The Limitations of Florida’s Homestead Protection

Who Are the Parties in a Limited Partnership?

The Limitations of Florida’s Homestead Protection

Florida's Homestead Protection

By: Barry E. Haimo, Esq.
February 1, 2018

The Limitations of Florida’s Homestead Protection

Life throws curveballs at all of us from time to time. Maybe the market takes a turn for the worse. Or you lose your job. Or you find yourself unable to work due to an injury.

In these types of situations, it can be all too easy to overextend yourself and run afoul of creditors, but there are ways to protect yourself and your property. One of these ways is the Florida Homestead Act.

The general idea of the homestead statute is that it provides homeowners with protection from losing their home to certain creditors. In other words, if you are in a lot of debt and cannot pay, creditors can generally go after your homestead. The homestead laws keep them from trying to take your house and force a sale.

Compared to many other states, Florida’s homestead laws are quite generous, allowing you to claim protection for a home no matter how much it is worth. There are, additionally, property tax exemptions that you can apply for.

However, homestead protection does have limitations. This article will share the basic requirements for a property to qualify as a homestead and then detail the ways in which your protections are limited.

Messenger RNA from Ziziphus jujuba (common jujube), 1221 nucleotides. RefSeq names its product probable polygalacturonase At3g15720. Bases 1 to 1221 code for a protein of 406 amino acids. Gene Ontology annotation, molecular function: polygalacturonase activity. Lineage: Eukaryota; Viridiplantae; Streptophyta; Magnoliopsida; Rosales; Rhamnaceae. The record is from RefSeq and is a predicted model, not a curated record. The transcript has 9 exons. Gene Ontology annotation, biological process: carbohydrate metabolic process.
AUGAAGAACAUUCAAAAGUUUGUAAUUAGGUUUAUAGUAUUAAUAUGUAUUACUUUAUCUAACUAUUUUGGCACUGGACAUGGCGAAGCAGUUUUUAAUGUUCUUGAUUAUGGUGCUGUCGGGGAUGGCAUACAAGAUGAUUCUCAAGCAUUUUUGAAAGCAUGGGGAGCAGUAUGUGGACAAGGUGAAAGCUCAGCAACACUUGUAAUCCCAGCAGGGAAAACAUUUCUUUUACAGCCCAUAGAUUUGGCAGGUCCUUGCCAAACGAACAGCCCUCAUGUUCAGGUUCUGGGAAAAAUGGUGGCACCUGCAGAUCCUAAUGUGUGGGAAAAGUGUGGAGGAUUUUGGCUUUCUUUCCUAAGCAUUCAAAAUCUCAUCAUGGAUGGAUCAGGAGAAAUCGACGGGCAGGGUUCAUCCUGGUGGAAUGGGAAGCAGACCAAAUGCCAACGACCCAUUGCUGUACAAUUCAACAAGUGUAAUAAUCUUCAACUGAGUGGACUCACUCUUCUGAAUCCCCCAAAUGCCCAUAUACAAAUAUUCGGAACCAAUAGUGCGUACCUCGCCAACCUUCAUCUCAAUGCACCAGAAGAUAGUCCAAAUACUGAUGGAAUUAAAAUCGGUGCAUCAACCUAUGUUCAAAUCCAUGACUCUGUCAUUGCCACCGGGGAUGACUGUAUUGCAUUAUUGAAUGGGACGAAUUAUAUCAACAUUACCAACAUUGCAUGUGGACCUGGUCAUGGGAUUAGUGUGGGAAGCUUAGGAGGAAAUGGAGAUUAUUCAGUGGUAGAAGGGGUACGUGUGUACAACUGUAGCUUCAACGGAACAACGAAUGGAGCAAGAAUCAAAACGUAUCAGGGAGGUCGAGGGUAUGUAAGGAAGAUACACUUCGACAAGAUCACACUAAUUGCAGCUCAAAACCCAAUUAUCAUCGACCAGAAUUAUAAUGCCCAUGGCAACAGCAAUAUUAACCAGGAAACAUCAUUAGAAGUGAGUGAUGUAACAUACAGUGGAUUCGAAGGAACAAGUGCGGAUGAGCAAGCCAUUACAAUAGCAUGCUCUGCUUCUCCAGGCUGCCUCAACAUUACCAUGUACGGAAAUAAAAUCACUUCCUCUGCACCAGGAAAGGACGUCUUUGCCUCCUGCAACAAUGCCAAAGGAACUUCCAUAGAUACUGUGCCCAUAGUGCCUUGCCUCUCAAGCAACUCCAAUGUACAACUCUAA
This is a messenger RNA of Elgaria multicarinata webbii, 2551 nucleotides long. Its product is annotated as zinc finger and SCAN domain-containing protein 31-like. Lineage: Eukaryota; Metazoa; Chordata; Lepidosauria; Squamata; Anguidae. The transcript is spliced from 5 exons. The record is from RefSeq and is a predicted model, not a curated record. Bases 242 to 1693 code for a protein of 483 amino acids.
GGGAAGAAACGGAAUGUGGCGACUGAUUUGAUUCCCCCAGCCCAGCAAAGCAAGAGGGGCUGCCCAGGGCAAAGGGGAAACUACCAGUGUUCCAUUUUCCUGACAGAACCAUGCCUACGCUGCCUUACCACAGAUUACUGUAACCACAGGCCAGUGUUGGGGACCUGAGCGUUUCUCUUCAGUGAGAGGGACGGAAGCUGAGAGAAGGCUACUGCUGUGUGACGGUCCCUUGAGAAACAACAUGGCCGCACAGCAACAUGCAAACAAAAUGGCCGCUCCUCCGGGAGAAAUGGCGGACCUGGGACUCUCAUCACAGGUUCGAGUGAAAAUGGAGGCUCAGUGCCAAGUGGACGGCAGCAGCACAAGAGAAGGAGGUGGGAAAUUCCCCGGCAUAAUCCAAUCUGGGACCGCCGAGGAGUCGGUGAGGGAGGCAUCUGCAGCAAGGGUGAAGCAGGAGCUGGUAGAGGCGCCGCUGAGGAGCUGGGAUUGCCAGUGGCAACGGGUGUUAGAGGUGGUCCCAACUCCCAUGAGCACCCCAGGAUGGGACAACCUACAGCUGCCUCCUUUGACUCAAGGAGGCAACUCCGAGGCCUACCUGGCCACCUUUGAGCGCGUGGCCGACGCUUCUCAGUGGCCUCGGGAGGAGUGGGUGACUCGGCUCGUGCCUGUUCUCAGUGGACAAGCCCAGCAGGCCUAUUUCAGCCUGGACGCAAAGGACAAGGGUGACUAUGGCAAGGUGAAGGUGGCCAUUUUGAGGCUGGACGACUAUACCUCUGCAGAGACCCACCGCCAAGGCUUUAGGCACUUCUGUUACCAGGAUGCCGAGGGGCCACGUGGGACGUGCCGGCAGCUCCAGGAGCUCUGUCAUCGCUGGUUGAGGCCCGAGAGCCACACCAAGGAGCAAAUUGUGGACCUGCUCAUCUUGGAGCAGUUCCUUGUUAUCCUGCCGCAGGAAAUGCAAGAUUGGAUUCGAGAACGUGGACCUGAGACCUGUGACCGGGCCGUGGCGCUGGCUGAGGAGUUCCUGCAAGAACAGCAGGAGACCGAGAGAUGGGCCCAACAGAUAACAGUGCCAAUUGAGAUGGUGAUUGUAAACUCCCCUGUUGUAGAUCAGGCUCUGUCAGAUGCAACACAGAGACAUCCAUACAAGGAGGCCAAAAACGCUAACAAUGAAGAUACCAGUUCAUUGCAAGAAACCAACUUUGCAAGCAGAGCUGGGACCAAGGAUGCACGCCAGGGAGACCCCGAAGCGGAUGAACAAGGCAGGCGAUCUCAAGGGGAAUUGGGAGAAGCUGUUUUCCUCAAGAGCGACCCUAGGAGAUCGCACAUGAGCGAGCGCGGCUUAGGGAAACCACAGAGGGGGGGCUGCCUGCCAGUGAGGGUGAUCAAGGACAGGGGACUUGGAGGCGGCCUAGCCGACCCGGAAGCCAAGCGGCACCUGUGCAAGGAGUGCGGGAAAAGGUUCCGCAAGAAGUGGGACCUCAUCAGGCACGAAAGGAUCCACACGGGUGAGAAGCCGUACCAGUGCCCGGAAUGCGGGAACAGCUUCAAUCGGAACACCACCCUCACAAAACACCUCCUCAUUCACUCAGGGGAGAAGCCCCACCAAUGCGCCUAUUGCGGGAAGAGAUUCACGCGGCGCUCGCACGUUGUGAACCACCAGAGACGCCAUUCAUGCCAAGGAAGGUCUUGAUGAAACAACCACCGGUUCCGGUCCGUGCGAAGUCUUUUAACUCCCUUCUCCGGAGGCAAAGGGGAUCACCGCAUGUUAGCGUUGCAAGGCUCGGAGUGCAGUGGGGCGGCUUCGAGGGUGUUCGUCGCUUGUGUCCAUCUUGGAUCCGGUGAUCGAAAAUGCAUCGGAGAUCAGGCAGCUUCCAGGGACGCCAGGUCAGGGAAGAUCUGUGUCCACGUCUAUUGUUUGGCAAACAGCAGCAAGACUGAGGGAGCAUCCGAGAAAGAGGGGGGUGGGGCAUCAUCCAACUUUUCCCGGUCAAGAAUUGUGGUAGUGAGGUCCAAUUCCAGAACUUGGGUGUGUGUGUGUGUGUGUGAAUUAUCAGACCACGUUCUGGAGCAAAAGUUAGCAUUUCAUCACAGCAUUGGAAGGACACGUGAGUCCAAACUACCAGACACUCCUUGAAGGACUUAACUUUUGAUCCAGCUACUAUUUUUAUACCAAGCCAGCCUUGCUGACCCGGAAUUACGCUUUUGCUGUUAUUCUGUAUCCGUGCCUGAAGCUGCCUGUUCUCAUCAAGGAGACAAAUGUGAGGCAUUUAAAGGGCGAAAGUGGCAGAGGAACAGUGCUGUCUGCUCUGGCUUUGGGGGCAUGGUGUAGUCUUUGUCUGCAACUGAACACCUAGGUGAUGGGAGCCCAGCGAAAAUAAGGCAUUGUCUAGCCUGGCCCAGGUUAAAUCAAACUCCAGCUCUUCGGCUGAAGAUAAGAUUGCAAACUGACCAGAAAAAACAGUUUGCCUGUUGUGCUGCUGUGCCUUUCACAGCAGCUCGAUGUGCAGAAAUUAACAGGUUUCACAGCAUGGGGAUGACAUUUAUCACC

What Makes a Property a “Homestead” in Florida?

There are only three criteria that you need to meet:

  • On January 1 of the year in question, you must have either a legal or beneficial title to the home.
  • The property must be your permanent residence.
  • Between January 1 and March 1 of the year you want the exemption, you need to apply for it in person at the property appraiser’s office of the county where your home is located. Typically, your home will retain homestead status until you inform the property appraiser’s office that it is no longer your homestead.

How Are Florida’s Homestead Protections Limited?

Despite having relatively generous homestead laws, as mentioned above, there are a few different limitations to the protections that you have:

There are acreage limits.

If you live in an urban area, you can only claim up to a half acre of land. Those in rural areas may protect up to 160 acres. Any area of your property that exceeds these limits can be sold by creditors.

Some creditors (and debts) overrule homestead.

If you are late on payments related to the home itself (HOA fees, mortgages, property taxes) or on bills for work done to the home (construction liens, vendor’s liens), these creditors have priority over your homestead protection and could potentially force a sale.

Additionally, if a creditor has a lien on your property before you claim a homestead, that lien still applies.

Importantly, there are homestead limitations on who can inherit it after your death, and they depend on whether you’re survived by a spouse and/or minor children.  Consequently,  these limitations apply whether you like it or not. You cannot override it in a will either. In fact, if you break the rules, DIFFERENT rules apply. Homestead is very tricky and must be given proper respect in planning.

If you would like to learn more about the benefits and limitations involved in declaring your house to be a homestead, get in touch with Haimo Law as soon as possible to discuss your options.

Author:
Barry E. Haimo, Esq.
Haimo Law
Strategic Planning With Purpose
Email: barry@haimolaw.com
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